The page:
Archive for June 25th, 2010
Recently, it seems like all I ever hear is how, because there is such great certainty that students or other customers will just break the rules anyway, we should plan for the exceptions, rather than modify and/or enforce actual policy.
For instance, since we know that students routinely share account information with each other, we should not trust our academic integrity policies that specifically forbid such behavior.
Or, even though “covered” data – a document or set of documents that would jeopardize one’s electronic identity, such as Social Security Numbers, addresses, etc – is not allowed to be kept anywhere for an extended period of time, since we know that some will violate this anyway, we should limit resources rather than pursue new initiatives. We should essentially box everyone in through limitations on functionality in order to prevent those that break the rules from doing so.
Managing for exceptions rather than believing in and enforcing rules is simply a recipe for anarchy. If we cannot believe in the sanctity of our regulations and policies, then why do we bother having them at all? Yes, we need to make sure that penalties are levied when people violate those policies. But when I bring that up, people often just say “but they don’t mind the penalties anyway.” Then increase the fine! Put people on probation! Revoke access to needed resources! Make the penalty hurt. Don’t just stop innovating, stop improving others’ jobs, and lose faith in the policies themselves.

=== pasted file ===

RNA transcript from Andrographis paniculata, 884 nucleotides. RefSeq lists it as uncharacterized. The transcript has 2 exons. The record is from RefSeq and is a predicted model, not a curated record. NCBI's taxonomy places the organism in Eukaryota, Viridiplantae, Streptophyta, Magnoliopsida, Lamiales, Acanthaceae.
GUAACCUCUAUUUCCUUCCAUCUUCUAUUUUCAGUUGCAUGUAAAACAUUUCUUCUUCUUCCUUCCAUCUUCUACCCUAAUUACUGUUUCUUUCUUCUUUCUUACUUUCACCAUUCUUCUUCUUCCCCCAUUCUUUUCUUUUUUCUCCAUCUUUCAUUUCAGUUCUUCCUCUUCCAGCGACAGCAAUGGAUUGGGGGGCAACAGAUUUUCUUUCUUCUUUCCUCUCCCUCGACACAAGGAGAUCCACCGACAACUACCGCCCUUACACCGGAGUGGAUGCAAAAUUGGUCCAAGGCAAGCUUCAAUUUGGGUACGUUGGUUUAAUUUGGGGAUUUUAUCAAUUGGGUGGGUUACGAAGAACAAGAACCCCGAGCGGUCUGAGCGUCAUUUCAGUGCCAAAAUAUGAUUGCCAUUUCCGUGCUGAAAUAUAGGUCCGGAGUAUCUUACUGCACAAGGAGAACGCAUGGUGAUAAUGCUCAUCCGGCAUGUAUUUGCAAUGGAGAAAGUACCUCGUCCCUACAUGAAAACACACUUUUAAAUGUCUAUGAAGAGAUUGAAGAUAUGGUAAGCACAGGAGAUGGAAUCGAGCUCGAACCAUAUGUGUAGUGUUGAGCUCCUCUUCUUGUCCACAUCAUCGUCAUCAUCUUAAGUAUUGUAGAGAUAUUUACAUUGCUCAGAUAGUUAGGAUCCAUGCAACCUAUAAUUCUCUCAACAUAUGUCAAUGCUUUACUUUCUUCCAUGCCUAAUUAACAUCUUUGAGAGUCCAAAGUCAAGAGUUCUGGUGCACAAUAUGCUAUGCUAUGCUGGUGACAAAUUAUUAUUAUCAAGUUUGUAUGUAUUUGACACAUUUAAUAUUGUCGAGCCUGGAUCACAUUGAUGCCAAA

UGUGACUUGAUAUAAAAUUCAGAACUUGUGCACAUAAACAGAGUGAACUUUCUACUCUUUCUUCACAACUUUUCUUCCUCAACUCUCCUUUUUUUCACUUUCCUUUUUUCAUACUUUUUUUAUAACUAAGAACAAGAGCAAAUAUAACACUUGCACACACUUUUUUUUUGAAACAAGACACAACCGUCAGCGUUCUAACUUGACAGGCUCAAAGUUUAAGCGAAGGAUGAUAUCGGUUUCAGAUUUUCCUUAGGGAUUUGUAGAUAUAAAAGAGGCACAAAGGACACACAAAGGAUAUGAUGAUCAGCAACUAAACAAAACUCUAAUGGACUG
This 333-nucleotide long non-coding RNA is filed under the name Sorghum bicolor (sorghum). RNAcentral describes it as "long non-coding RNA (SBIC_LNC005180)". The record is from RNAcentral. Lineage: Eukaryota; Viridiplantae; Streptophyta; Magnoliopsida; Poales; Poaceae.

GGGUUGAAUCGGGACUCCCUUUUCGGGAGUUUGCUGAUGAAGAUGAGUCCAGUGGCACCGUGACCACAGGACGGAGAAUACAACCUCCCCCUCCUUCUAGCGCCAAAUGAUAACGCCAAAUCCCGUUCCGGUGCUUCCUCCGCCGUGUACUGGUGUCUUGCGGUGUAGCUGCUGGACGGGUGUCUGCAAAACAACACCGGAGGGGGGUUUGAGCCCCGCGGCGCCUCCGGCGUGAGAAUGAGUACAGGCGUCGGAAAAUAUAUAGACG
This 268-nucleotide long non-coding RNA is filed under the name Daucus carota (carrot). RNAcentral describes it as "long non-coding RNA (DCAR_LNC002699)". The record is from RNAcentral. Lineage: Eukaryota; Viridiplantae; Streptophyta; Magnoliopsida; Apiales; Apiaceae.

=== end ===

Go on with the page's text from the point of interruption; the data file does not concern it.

Let’s put this simply: if we did not believe that people would follow our system’s laws, then why bother having laws? And how do we make sure that people obey laws? By penalizing the heck out of violators such that only a very small subset would dare take on such punishment. Major crime? Years and years in prison. Park in a handicap spot? Really big monetary fine. Whether it’s time in jail or money out of pocket, make it so that people follow the law. Only then will we have faith in the law, and only then do we avoid anarchy.
When it comes to provision of services, if we operate under the presumption that people will just ignore policy, then we are just making excuses not to provide new solutions. And in some cases, to purposely limit options so that people will have fewer opportunities to violate protocol.
And the last thing we should do, in academia and in academic technology, is to focus on how to prevent people from improving their ability to get work done.